“If your mind can affect the way your body functions, and hypnotherapy can affect the way your mind functions, then it stands to reason that hypnotherapy can ultimately affect your body’s responses.”
— Mike Bryant and Peter Mabbutt, from the introduction, Hypnotherapy for Dummies
|Lincoln Stoller, PhD, 2021. This work is licensed under a Creative Commons Attribution-NonCommercial-NoDerivatives 4.0 International license (CC BY-NC-ND 4.0)
Polyvagal Theory (PvT) was proposed 25 years ago by Steven Porges (2018) to provide a deeper explanation of how your nervous system connects your body to your state of mind. It asserts that the vagus nerve, which connects the brain to your central organs, allows communication between our organs and our mind at a subconscious level.
The theory doesn’t have much supporting neurological evidence, but it’s popular among therapists who are looking for a deeper link between body and mind. PvT goes beyond saying brain chemicals affect your organs and says your thoughts have direct but unconscious effects on your metabolism through the vagus nerve. More than that, your metabolism unconsciously affects your thoughts.
This is hard to make precise. It isn’t clear how far this goes or what it means. Certain parts of your brain do connect to organs and various organ functions do affect areas in your brain. These are lower parts of the brain that deal with autonomic functions. These areas are far from the cerebral areas that deal with conscious thought, but they are associated with aspects of conscious thought such as reflex and memory.
The crux of PVT is that our two emergency activating responses, either to fight or to flee, are not only physical states but are also mental configurations. This much is plausible and intuitive since states of panic are supported both in mind and body. But beyond this, PvT says that traumatic experiences imprint in both our minds and bodies.
Going one step further, PvT says that an emergency freeze response can develop into a mental and physical template that becomes one of our familiar, repetitive responses. Trauma erodes our mental landscape creating canyons of repetitive behavior and mountainous obstacles to change in our thoughts.
People who subscribe to PvT—notably therapists who deal with trauma—use the conjectured neural functions as a neurological basis for psychotherapy. According to this, traumatized people carry a neural imprint of their experience which is expressed in their attitudes and actions. Only by relaxing these habitual reactions in the body and mind can traumatized people recover their equilibrium.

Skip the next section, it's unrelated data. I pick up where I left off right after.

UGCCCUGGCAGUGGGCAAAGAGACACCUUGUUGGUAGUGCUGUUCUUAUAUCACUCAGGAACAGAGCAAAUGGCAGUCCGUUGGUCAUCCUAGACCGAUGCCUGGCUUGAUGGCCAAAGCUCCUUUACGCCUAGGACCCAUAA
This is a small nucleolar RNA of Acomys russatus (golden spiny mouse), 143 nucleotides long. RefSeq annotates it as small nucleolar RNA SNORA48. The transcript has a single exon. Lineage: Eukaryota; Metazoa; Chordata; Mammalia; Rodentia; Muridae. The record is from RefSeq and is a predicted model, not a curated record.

The Polyvagal Theory is full of biological, medical, and neurological complexity. If you have experience following theories from conjecture to exploration to confirmation, which I have, then things like the Polyvagal Theory are uncomfortably assertive. PvT draws on conjectures in evolutionary biology, neurology, psychology, and physiology that are unproved and unproveable.
PvT is sold to people in the psychological field through Porges’s website and others (www.stephenporges.com/). Most doctors, psychologists, counselors, and therapists have little scientific training and no scientific experience. They don’t know how to be scientifically discerning but don’t know they don’t know it. The whole field of public health is subject to various fashions and cultural prejudices.
PvT sells to the PTSD crowd, a swelling economic sector that has attracted a number of charismatic characters and cottage industries. On the West Coast, Gabor Maté (drgabormate.com) sells a version of trauma therapy reminiscent of Alice Miller’s work on child trauma. On the East Coast, Peter Levine (www.somaticexperiencing.com) offers a therapist certification program in Somatic Experiencing®, a therapy similar to PvT in basing itself on the fight, flight, and freeze reactions.